Submarine construction program of Indian Navy
Caught in the shoal of stagnation-cum-depletion over decades the Indian Navy fleet of submarines it appeared had entered a phase of self-sustaining, steady growth. Two production lines of nuclear and conventional diesel-electric submarines are functional but if gaps in the kind of weapons they will carry persist, the full potential will not be achieved.
Even as the Arihant nuclear powered submarine has become “operational” the second and third of this class of vessel are in various stages of fabrication along with improvements based on operating procedures learned while handling the INS Chakra submarine leased from Russia and Arihant itself. Thus, there is incremental growth in every new vessel be it in size or range of its weapons. Nonetheless there appears to be a misfit regarding the heavy torpedo for use in the submarine and the indigenously developed Varunasthra torpedo that is fitted in the surface vessels. The scrapping of the Black shark torpedo deal for submarines because the supplying firm was involved in kickbacks in the VVIP helicopter deal has left a vacuum in the strategic nuclear fleet.
Once again, it appears, that the government of the day has miscalculated the effect of its actions. An earlier occasion when this happened was when the BJP-led NDA government decided to conduct the second series of nuclear weapons tests at Pokhran in Rajasthan in 1998, it did not first ensure that likely punitive embargoes would not affect the equipment to be installed in the indigenous Light Combat Aircraft that had been sent for calibration to the US. The government could have waited for the calibration to be completed and the equipment recovered before the nuclear tests were conducted. It would have prevented the consequent delay in the LCA project by more than one year and India could still have delivered the message that the nuclear tests were intended to convey to Pakistan, China and the rest of the world.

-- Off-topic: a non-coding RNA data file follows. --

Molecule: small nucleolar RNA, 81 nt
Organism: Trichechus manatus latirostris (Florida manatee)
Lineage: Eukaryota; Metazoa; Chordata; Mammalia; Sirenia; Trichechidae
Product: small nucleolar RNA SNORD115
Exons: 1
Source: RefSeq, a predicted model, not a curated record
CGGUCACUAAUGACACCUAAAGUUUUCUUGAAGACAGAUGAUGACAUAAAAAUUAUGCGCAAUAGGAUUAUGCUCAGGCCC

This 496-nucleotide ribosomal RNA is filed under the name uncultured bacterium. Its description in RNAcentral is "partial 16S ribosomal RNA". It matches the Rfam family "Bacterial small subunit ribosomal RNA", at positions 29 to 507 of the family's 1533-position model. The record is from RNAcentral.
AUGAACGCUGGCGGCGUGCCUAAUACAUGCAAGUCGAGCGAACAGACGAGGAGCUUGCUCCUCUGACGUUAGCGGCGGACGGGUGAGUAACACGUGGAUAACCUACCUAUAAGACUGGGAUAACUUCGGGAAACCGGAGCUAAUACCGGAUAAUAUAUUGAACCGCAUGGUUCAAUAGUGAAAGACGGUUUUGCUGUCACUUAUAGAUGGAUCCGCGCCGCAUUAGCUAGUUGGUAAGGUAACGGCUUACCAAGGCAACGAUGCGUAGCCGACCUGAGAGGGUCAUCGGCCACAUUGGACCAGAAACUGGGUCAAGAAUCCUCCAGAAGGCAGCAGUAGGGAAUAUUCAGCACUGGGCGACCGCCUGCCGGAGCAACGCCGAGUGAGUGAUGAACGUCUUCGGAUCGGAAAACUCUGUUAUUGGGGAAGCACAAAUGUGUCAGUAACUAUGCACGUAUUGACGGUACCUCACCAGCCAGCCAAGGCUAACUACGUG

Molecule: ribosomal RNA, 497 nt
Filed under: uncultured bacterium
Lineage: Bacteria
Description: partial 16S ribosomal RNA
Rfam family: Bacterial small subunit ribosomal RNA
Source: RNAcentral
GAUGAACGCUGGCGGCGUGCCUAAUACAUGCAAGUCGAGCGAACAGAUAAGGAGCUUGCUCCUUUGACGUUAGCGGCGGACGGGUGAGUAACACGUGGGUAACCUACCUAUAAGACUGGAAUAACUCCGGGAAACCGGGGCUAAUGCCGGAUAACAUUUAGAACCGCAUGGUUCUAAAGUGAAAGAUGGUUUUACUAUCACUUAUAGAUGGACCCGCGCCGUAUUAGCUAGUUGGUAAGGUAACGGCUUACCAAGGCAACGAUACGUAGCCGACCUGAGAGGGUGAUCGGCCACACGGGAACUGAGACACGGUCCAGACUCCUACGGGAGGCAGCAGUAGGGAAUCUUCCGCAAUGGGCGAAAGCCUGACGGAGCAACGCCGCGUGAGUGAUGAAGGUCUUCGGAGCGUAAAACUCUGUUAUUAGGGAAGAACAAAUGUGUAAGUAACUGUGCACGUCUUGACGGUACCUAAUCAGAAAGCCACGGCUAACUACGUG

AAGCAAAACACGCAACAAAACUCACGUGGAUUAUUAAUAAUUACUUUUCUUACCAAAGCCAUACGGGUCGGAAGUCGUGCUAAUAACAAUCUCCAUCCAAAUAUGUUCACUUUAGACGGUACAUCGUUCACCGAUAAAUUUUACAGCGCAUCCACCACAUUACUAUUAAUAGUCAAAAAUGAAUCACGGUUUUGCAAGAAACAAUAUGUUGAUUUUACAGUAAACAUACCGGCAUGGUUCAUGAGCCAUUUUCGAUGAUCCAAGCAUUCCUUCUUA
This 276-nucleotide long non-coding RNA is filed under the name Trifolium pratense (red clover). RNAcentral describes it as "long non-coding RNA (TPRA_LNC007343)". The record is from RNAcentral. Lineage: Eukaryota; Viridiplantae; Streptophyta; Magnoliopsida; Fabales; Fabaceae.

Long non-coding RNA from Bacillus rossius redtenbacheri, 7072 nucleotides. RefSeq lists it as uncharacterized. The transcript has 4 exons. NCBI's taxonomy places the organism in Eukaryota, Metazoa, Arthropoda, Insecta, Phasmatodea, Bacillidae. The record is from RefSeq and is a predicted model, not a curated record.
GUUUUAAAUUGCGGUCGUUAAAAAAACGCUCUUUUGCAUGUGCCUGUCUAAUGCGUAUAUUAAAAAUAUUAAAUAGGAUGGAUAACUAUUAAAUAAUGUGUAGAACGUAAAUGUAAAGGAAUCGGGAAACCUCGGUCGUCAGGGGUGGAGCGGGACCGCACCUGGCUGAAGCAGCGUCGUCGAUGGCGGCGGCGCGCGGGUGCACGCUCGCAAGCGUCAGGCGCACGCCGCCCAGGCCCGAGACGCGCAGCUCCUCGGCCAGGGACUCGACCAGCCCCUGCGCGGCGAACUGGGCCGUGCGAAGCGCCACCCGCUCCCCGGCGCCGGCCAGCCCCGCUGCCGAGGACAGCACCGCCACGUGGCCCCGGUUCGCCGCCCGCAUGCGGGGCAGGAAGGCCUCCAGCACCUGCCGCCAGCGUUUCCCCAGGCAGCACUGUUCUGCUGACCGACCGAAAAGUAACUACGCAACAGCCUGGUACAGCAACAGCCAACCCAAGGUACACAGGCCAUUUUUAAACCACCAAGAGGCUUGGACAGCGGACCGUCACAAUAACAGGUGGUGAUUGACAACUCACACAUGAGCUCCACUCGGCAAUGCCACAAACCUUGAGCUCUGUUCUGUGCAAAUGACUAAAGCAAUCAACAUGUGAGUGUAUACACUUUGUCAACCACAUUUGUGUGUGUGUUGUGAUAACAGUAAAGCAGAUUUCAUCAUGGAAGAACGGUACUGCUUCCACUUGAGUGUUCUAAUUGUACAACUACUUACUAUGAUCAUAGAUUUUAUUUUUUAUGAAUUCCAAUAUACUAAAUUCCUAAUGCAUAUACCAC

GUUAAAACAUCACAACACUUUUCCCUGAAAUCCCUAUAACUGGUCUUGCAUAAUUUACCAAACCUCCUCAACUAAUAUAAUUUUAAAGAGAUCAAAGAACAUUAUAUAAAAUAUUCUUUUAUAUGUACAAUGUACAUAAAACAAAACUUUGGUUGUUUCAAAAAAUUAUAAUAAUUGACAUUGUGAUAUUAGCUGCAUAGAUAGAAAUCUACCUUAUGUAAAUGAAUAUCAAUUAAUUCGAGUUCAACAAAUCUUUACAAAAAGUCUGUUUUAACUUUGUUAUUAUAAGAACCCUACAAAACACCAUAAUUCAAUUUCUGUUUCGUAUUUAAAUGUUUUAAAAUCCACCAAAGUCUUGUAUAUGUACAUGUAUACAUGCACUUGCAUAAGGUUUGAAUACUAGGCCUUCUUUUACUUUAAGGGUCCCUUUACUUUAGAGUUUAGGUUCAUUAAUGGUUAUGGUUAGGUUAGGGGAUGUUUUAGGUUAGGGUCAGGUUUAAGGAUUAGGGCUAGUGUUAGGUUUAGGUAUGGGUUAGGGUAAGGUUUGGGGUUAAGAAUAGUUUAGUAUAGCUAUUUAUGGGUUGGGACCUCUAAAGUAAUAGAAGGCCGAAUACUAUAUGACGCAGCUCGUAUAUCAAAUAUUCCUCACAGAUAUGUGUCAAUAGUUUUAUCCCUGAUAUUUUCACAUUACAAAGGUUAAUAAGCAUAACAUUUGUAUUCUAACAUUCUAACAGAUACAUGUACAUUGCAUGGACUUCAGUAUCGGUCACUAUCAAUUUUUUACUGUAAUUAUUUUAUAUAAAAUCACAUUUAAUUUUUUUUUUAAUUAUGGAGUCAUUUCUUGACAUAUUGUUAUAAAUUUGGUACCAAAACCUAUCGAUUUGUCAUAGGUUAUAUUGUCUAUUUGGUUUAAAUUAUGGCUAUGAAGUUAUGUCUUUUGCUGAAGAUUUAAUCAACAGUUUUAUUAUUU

In the case of the Arihant and its weapons package, the fact that it has become “operational” could mean that it is being deployed strictly within the context of the “strategic” nuclear strike role that has been assigned to it. It will not be able to play out the hunter-killer role that would ensure sanitization of the area of its operations against enemy submarines and surface vessels. That is a rather dichotomous situation for a submarine to be in especially when both Pakistan and China are preparing to undercut Indian sovereignty with the creation of the China-Pakistan Economic Corridor through Pakistan-occupied Kashmir. The 750 kilometer range of its nuclear missiles (K-15) allows it to be deployed only against Pakistan within the Indian Ocean littoral.
Also noticed is that even while calling for 100 per cent Foreign Direct Investments with transfer of technology the application of French firm DCNS has been held in abeyance over the issue of the parameters of the air-independent propulsion (AIP) system to be installed in future conventional submarines to improve their duration of submerged travel time before surfacing to recharge batteries.
If this has been done to protect an ongoing Indian project in developing an indigenous AIP technology, well and good. If not, this speaks poorly of the vaunted ‘ease of doing business” in India. The DCNS has been involved in the drawing board stage of the Indian aircraft carrier that is being fitted out in Cochin. The French Scorpenes occupy the production line that was created for the manufacture under licence of the ill-fated HDW German submarine which suffered the same treatment as that of the Bofors 155 mm howitzer.